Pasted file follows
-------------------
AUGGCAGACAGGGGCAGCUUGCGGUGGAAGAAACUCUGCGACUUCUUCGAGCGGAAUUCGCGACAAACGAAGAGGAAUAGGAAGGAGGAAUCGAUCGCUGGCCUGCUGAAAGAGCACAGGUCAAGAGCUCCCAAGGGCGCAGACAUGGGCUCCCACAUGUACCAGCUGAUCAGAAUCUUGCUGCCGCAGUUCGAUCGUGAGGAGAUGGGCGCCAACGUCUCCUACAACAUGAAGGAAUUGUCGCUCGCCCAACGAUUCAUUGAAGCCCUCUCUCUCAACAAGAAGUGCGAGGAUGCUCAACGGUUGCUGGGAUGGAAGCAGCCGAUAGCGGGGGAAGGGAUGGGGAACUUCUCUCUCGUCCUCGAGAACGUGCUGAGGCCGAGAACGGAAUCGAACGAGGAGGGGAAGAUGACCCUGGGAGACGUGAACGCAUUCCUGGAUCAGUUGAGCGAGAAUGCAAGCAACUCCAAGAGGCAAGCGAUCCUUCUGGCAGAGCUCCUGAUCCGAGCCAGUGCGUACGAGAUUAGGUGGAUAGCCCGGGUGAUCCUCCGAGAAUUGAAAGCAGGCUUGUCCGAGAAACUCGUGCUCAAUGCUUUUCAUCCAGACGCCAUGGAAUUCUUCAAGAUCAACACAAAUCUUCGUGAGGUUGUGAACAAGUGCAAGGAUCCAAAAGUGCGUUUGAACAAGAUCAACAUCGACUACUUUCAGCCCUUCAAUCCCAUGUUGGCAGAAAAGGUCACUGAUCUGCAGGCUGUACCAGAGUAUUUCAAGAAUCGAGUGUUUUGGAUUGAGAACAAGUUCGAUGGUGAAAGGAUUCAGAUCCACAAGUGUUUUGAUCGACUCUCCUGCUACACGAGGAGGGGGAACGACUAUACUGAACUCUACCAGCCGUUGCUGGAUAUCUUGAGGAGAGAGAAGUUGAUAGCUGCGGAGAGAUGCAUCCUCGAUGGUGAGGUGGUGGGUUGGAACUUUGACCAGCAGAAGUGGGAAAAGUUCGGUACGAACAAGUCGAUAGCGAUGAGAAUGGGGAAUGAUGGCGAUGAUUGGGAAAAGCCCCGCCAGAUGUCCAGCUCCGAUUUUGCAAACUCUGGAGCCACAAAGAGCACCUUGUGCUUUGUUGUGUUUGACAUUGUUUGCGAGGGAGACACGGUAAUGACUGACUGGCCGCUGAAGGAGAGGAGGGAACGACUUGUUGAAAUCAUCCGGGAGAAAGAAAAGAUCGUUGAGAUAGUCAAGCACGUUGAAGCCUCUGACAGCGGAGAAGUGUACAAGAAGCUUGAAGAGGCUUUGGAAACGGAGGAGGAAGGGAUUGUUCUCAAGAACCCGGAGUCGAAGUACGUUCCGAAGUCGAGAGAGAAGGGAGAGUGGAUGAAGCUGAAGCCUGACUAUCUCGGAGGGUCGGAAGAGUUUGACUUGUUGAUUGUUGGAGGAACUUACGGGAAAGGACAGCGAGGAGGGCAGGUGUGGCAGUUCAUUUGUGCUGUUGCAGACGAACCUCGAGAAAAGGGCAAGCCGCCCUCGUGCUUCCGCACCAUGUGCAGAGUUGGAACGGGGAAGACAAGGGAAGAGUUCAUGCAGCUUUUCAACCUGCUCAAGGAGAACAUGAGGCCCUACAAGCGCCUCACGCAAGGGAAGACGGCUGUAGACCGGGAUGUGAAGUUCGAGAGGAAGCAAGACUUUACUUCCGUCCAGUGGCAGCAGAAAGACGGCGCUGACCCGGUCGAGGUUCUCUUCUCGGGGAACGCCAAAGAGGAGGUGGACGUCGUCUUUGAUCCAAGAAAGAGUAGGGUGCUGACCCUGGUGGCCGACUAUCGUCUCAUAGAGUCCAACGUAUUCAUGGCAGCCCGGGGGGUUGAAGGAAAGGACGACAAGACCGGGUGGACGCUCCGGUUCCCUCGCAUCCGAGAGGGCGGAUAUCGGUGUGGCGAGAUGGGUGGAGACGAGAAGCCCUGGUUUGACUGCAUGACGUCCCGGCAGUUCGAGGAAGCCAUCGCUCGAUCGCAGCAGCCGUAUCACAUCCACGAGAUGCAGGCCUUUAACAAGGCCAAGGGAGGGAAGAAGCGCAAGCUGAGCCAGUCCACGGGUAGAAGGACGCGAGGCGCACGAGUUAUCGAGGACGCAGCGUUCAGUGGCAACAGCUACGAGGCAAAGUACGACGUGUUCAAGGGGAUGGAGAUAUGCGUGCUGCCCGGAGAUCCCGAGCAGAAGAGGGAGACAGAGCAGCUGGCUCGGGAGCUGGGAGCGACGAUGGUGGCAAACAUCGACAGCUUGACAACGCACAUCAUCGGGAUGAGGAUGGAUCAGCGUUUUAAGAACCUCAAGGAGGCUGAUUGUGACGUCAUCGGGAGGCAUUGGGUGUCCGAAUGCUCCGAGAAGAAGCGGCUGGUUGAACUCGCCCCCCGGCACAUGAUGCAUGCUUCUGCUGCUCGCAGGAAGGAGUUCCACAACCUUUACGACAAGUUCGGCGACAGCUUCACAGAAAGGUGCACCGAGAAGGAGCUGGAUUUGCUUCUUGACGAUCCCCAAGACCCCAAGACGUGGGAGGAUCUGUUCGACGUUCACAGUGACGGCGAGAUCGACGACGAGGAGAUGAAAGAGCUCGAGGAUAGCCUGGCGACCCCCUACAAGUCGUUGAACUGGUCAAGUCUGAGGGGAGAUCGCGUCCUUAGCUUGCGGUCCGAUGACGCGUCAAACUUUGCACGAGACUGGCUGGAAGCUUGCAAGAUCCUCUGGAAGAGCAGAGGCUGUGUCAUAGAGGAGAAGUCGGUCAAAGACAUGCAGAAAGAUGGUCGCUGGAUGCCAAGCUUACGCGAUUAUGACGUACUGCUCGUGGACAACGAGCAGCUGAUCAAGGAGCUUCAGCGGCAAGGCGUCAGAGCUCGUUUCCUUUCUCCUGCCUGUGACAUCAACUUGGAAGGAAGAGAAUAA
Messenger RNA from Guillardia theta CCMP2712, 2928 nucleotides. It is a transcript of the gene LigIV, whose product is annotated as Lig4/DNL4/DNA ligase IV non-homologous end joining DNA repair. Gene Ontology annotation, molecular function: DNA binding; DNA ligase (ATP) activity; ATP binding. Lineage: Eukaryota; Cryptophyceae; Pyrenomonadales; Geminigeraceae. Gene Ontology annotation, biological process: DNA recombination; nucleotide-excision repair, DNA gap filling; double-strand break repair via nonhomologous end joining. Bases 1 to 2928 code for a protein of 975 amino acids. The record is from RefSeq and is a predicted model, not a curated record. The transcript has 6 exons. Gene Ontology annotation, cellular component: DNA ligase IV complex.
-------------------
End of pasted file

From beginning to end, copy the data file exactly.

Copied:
AUGGCAGACAGGGGCAGCUUGCGGUGGAAGAAACUCUGCGACUUCUUCGAGCGGAAUUCGCGACAAACGAAGAGGAAUAGGAAGGAGGAAUCGAUCGCUGGCCUGCUGAAAGAGCACAGGUCAAGAGCUCCCAAGGGCGCAGACAUGGGCUCCCACAUGUACCAGCUGAUCAGAAUCUUGCUGCCGCAGUUCGAUCGUGAGGAGAUGGGCGCCAACGUCUCCUACAACAUGAAGGAAUUGUCGCUCGCCCAACGAUUCAUUGAAGCCCUCUCUCUCAACAAGAAGUGCGAGGAUGCUCAACGGUUGCUGGGAUGGAAGCAGCCGAUAGCGGGGGAAGGGAUGGGGAACUUCUCUCUCGUCCUCGAGAACGUGCUGAGGCCGAGAACGGAAUCGAACGAGGAGGGGAAGAUGACCCUGGGAGACGUGAACGCAUUCCUGGAUCAGUUGAGCGAGAAUGCAAGCAACUCCAAGAGGCAAGCGAUCCUUCUGGCAGAGCUCCUGAUCCGAGCCAGUGCGUACGAGAUUAGGUGGAUAGCCCGGGUGAUCCUCCGAGAAUUGAAAGCAGGCUUGUCCGAGAAACUCGUGCUCAAUGCUUUUCAUCCAGACGCCAUGGAAUUCUUCAAGAUCAACACAAAUCUUCGUGAGGUUGUGAACAAGUGCAAGGAUCCAAAAGUGCGUUUGAACAAGAUCAACAUCGACUACUUUCAGCCCUUCAAUCCCAUGUUGGCAGAAAAGGUCACUGAUCUGCAGGCUGUACCAGAGUAUUUCAAGAAUCGAGUGUUUUGGAUUGAGAACAAGUUCGAUGGUGAAAGGAUUCAGAUCCACAAGUGUUUUGAUCGACUCUCCUGCUACACGAGGAGGGGGAACGACUAUACUGAACUCUACCAGCCGUUGCUGGAUAUCUUGAGGAGAGAGAAGUUGAUAGCUGCGGAGAGAUGCAUCCUCGAUGGUGAGGUGGUGGGUUGGAACUUUGACCAGCAGAAGUGGGAAAAGUUCGGUACGAACAAGUCGAUAGCGAUGAGAAUGGGGAAUGAUGGCGAUGAUUGGGAAAAGCCCCGCCAGAUGUCCAGCUCCGAUUUUGCAAACUCUGGAGCCACAAAGAGCACCUUGUGCUUUGUUGUGUUUGACAUUGUUUGCGAGGGAGACACGGUAAUGACUGACUGGCCGCUGAAGGAGAGGAGGGAACGACUUGUUGAAAUCAUCCGGGAGAAAGAAAAGAUCGUUGAGAUAGUCAAGCACGUUGAAGCCUCUGACAGCGGAGAAGUGUACAAGAAGCUUGAAGAGGCUUUGGAAACGGAGGAGGAAGGGAUUGUUCUCAAGAACCCGGAGUCGAAGUACGUUCCGAAGUCGAGAGAGAAGGGAGAGUGGAUGAAGCUGAAGCCUGACUAUCUCGGAGGGUCGGAAGAGUUUGACUUGUUGAUUGUUGGAGGAACUUACGGGAAAGGACAGCGAGGAGGGCAGGUGUGGCAGUUCAUUUGUGCUGUUGCAGACGAACCUCGAGAAAAGGGCAAGCCGCCCUCGUGCUUCCGCACCAUGUGCAGAGUUGGAACGGGGAAGACAAGGGAAGAGUUCAUGCAGCUUUUCAACCUGCUCAAGGAGAACAUGAGGCCCUACAAGCGCCUCACGCAAGGGAAGACGGCUGUAGACCGGGAUGUGAAGUUCGAGAGGAAGCAAGACUUUACUUCCGUCCAGUGGCAGCAGAAAGACGGCGCUGACCCGGUCGAGGUUCUCUUCUCGGGGAACGCCAAAGAGGAGGUGGACGUCGUCUUUGAUCCAAGAAAGAGUAGGGUGCUGACCCUGGUGGCCGACUAUCGUCUCAUAGAGUCCAACGUAUUCAUGGCAGCCCGGGGGGUUGAAGGAAAGGACGACAAGACCGGGUGGACGCUCCGGUUCCCUCGCAUCCGAGAGGGCGGAUAUCGGUGUGGCGAGAUGGGUGGAGACGAGAAGCCCUGGUUUGACUGCAUGACGUCCCGGCAGUUCGAGGAAGCCAUCGCUCGAUCGCAGCAGCCGUAUCACAUCCACGAGAUGCAGGCCUUUAACAAGGCCAAGGGAGGGAAGAAGCGCAAGCUGAGCCAGUCCACGGGUAGAAGGACGCGAGGCGCACGAGUUAUCGAGGACGCAGCGUUCAGUGGCAACAGCUACGAGGCAAAGUACGACGUGUUCAAGGGGAUGGAGAUAUGCGUGCUGCCCGGAGAUCCCGAGCAGAAGAGGGAGACAGAGCAGCUGGCUCGGGAGCUGGGAGCGACGAUGGUGGCAAACAUCGACAGCUUGACAACGCACAUCAUCGGGAUGAGGAUGGAUCAGCGUUUUAAGAACCUCAAGGAGGCUGAUUGUGACGUCAUCGGGAGGCAUUGGGUGUCCGAAUGCUCCGAGAAGAAGCGGCUGGUUGAACUCGCCCCCCGGCACAUGAUGCAUGCUUCUGCUGCUCGCAGGAAGGAGUUCCACAACCUUUACGACAAGUUCGGCGACAGCUUCACAGAAAGGUGCACCGAGAAGGAGCUGGAUUUGCUUCUUGACGAUCCCCAAGACCCCAAGACGUGGGAGGAUCUGUUCGACGUUCACAGUGACGGCGAGAUCGACGACGAGGAGAUGAAAGAGCUCGAGGAUAGCCUGGCGACCCCCUACAAGUCGUUGAACUGGUCAAGUCUGAGGGGAGAUCGCGUCCUUAGCUUGCGGUCCGAUGACGCGUCAAACUUUGCACGAGACUGGCUGGAAGCUUGCAAGAUCCUCUGGAAGAGCAGAGGCUGUGUCAUAGAGGAGAAGUCGGUCAAAGACAUGCAGAAAGAUGGUCGCUGGAUGCCAAGCUUACGCGAUUAUGACGUACUGCUCGUGGACAACGAGCAGCUGAUCAAGGAGCUUCAGCGGCAAGGCGUCAGAGCUCGUUUCCUUUCUCCUGCCUGUGACAUCAACUUGGAAGGAAGAGAAUAA
Messenger RNA from Guillardia theta CCMP2712, 2928 nucleotides. It is a transcript of the gene LigIV, whose product is annotated as Lig4/DNL4/DNA ligase IV non-homologous end joining DNA repair. Gene Ontology annotation, molecular function: DNA binding; DNA ligase (ATP) activity; ATP binding. Lineage: Eukaryota; Cryptophyceae; Pyrenomonadales; Geminigeraceae. Gene Ontology annotation, biological process: DNA recombination; nucleotide-excision repair, DNA gap filling; double-strand break repair via nonhomologous end joining. Bases 1 to 2928 code for a protein of 975 amino acids. The record is from RefSeq and is a predicted model, not a curated record. The transcript has 6 exons. Gene Ontology annotation, cellular component: DNA ligase IV complex.